"Life moves pretty fast. You don't stop and look around once in awhile, you could miss it." - Ferris Bueller

Tuesday, January 29, 2008
Gordon B. Hinckley 1910-2008

It is with some sadness that I comment on the passing of LDS Church President Gordon B. Hinckley.  He died this past Sunday surrounded by family at the age of 97.  If I ever get to choose the time and place of my own passing, that would be it.


President Hinckley has been the face of the LDS Church for as far back as I can remember.  Most of my memories of him center around General Conference where he conducted most, if not all, of the sessions.  He was called into the First Presidency as a "Counselor" when the sitting Presidency (Kimball, Tanner, and Romney) were all incapacitated due to illness.  He stood at that pulpit and never really left.


His entire life was dedicated to the faith.  After returning from his mission to England he took a job in what would become the LDS Church PR office.  From there it was one job after another until he was called into the leadership ranks.  He married his sweetheart Marjorie and they spent nearly 70 years as husband and wife.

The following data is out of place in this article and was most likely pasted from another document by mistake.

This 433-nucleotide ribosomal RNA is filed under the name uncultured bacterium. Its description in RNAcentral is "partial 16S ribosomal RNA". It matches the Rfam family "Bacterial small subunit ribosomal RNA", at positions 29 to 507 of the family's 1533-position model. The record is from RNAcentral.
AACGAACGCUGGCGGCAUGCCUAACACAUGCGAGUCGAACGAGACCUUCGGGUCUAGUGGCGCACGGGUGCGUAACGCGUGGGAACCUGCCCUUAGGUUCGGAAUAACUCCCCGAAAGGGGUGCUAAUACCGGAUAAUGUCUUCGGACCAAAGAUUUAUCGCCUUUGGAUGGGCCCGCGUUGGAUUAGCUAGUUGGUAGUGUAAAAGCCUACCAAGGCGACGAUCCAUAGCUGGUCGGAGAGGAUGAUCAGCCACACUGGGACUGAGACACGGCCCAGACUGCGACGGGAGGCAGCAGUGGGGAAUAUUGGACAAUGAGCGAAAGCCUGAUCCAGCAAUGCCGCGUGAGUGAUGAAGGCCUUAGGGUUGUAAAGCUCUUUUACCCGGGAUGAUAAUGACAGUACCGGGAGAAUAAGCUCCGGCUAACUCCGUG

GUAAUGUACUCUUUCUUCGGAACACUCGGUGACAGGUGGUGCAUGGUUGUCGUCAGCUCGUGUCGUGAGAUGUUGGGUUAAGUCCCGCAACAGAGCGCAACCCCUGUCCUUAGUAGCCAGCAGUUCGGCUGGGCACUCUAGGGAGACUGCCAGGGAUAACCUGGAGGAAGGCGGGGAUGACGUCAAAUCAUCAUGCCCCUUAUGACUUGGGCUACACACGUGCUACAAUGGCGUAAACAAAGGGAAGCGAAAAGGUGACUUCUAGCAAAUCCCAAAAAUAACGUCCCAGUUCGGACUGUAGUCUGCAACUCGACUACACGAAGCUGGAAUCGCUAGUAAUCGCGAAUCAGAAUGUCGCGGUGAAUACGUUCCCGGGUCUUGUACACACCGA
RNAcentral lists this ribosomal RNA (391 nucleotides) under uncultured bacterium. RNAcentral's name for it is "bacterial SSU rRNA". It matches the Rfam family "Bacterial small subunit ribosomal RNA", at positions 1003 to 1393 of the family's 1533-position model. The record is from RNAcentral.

Most church members' interaction with General Authorities is pretty much limited to Conference sessions.  These are two-hour blocks of speeches punctuated by music from the Mormon Tabernacle Choir.  While most of the speeches contain important messages, eventually they all blend into a singular drone.  Some orators are gifted.  Others are not.  General Authorities are no exception.


President Hinckley was an exception to that general rule.  He had a well developed sense of humor and used it often.  For the last few years of his life he was known to treat every conference session as if it would be his last.  He made a point of once giving two talks in the same session because, in his own words

I am an old man and do not know how much longer I shall live.
Most of the conference sessions he presided over were held in the Salt Lake Tabernacle.  This building is one of Salt Lake City's most famous landmark and is home to the Mormon Tabernacle Choir.  It was built in the mid-1800s by the pioneers who settled the Valley of the Great Salt Lake under the direction of Brigham Young.  It was built well before air conditioning and despite many attempts at refurbishment, when the building was packed with people and the hot desert temperatures soared, the air in the Tabernacle was just about stifling.


It was on one of these afternoons that President Hinckley took to the podium and looked out upon the overheated crowd, smiled, and said:

We know it's hot in here…and we're sorry.


Then with a twinkle in his eye for which he was famous, he continued:


Its gonna get a lot warmer if you don't repent!

He is now at rest after a lifetime which few men could have kept up with.  He is no doubt surrounded by loved ones, especially his wife with whom he spent nearly seven decades. 


Rest well, Gordon.  You've earned it.  Godspeed to you – and welcome home.


Here endeth the lesson.


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